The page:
Ivan Karpov | Dreamstime
Made By Slave Labor Label
Made By Slave Labor Label
Made By Slave Labor Label
Made By Slave Labor Label
Made By Slave Labor Label

Targeting Slavery in the Supply Chain

Dec. 4, 2020
Businesses should anticipate further pressure from government policymakers.

While we are dealing with the still-reverberating consequences of the history of chattel slavery in this country, government policymakers are attacking the economic underpinnings of today’s versions of slavery around the world. These efforts range from administrative actions like those embarked upon by the Trump administration, to legislative proposals and United States participation in international coalitions dedicated to eradicating this evil. In almost all cases, these efforts also have had serious economic and legal implications for American businesses.

A bill introduced by Sen. Josh Hawley (R-MO) would require large companies operating in the United States to report on and eliminate forced labor in their supply chains. Called the Slave-Free Business Certification Act, it would require CEOs of companies with annual gross receipts exceeding $500 million to certify their companies’ supply chains do not rely on forced labor. It also would impose substantial penalties for violating these requirements.

“Corporate America and the celebrities that hawk their products have been playing this game for a long time—talk up corporate social responsibility and social justice at home while making millions of dollars off the slave labor that assembles their products,” Hawley declared. “Executives build ‘woke’ progressive brands for American consumers, but happily outsource labor to Chinese concentration camps, all just to save a few bucks.”

Although the bill hasn’t gone anywhere, similar bills were introduced in the House and you can expect legislators to show increased interest in the future. Legislative efforts similar to these have been adopted by the UK and European countries that already require private businesses to conduct adequate and transparent due diligence to address human rights abuses.

One state law—the California Transparency in Supply Chains Act—requires certain retailers and manufacturers doing business in that state to publicly disclose their efforts to eradicate slavery and human trafficking from their supply chains.

In the meantime, the Trump administration already has taken measures under existing laws to target modern slavery overseas. Reports about human rights abuses perpetrated against the Muslim Uyghurs in China’s Xinjiang province by the Chinese communist regime led the U.S. government to authorize the seizure of textile imports coming into this country from that region.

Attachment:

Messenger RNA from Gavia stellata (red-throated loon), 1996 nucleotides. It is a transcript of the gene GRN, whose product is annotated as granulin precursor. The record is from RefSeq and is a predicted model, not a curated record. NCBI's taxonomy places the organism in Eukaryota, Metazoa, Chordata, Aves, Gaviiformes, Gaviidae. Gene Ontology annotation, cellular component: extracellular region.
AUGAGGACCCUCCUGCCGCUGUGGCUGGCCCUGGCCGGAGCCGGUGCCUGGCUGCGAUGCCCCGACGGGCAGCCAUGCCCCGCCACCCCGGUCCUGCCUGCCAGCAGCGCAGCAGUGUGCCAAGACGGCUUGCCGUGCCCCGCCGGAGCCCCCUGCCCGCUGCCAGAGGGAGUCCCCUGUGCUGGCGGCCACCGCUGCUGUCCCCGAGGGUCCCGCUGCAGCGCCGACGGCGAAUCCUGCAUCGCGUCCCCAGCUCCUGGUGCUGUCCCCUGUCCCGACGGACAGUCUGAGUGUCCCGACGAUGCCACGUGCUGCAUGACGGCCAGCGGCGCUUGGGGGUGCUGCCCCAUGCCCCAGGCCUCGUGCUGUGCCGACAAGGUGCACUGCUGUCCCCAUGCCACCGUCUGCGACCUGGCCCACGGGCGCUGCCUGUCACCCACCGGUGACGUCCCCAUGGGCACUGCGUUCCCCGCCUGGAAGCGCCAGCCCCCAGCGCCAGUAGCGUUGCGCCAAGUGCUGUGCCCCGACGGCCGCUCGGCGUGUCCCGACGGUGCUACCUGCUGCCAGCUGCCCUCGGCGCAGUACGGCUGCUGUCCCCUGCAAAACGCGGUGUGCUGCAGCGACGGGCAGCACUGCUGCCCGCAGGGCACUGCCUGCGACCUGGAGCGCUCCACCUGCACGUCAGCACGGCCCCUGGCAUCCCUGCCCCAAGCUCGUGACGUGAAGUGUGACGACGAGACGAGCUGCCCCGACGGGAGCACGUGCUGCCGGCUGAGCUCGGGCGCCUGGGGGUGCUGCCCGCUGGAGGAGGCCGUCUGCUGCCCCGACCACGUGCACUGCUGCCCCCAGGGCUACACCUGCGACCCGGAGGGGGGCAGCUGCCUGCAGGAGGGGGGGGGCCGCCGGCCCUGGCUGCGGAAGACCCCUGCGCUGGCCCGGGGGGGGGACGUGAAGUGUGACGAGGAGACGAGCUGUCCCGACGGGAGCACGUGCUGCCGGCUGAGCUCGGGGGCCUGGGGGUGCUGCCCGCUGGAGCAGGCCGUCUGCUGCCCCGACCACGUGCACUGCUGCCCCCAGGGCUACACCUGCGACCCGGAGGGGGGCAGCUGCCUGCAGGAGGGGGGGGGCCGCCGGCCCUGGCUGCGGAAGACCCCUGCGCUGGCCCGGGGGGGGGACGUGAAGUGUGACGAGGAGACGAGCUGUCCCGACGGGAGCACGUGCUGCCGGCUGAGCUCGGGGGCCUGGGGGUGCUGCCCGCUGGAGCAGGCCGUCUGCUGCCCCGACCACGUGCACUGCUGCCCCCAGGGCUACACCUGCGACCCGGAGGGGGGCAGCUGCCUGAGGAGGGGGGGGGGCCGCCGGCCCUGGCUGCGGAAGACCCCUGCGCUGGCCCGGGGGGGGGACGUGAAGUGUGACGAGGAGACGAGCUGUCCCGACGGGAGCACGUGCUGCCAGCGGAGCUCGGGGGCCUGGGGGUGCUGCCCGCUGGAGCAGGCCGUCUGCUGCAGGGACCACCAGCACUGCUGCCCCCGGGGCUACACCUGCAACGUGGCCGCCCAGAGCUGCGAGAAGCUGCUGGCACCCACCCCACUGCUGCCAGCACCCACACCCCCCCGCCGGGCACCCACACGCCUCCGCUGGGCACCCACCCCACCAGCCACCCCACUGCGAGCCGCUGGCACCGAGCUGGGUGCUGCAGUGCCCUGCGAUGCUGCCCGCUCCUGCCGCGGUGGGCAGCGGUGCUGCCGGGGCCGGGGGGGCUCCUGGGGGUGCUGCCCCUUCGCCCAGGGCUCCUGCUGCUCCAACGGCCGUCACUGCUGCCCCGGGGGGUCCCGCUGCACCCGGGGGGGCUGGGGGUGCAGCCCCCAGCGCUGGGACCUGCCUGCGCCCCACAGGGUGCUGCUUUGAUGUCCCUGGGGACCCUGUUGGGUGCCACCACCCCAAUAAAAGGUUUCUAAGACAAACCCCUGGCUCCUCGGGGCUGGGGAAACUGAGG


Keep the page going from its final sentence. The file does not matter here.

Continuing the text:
Earlier this year, the Department of Commerce added products made by 11 Chinese companies implicated in human rights abuses in Xinjiang to the restricted entity list. U.S. Customs and Border Protection (CBP) also issued several Withhold Release Orders (WROs) targeting goods suspected of being made with forced labor, primarily cotton and other textiles made in Xinjiang.

In July, CBP also imposed a WRO on disposable medical gloves made in Malaysia said to be products of forced labor, including debt bondage. The agency has authority to take these actions under both the 1930 Tariff Act and the 2015 Trade Facilitation and Trade Enforcement Act.

You can expect more U.S. legislation to be introduced in the future and if your company operates internationally, you already come under other countries’ laws in this regard. Resources for businesses to help meet these standards are available.

Attorneys Jesse Medlong and Eva Schueller of the DLA Piper law firm recommend that companies either create or review current policies regarding forced labor and other human rights issues in the company’s supply chain and retain a consultant to assess human rights risks. They say companies also should implement metrics with benchmarks and time-limited goals, and make sure their employees are trained in identifying human rights risks and how they should respond.

“The world continues to awaken to the persistence of modern slavery in global supply chains,” Medlong and Schueller point out. “Global enterprises that can meet these challenges ahead of regulatory requirements and proactively root out violations will establish a strong foundation for their long-term success.”

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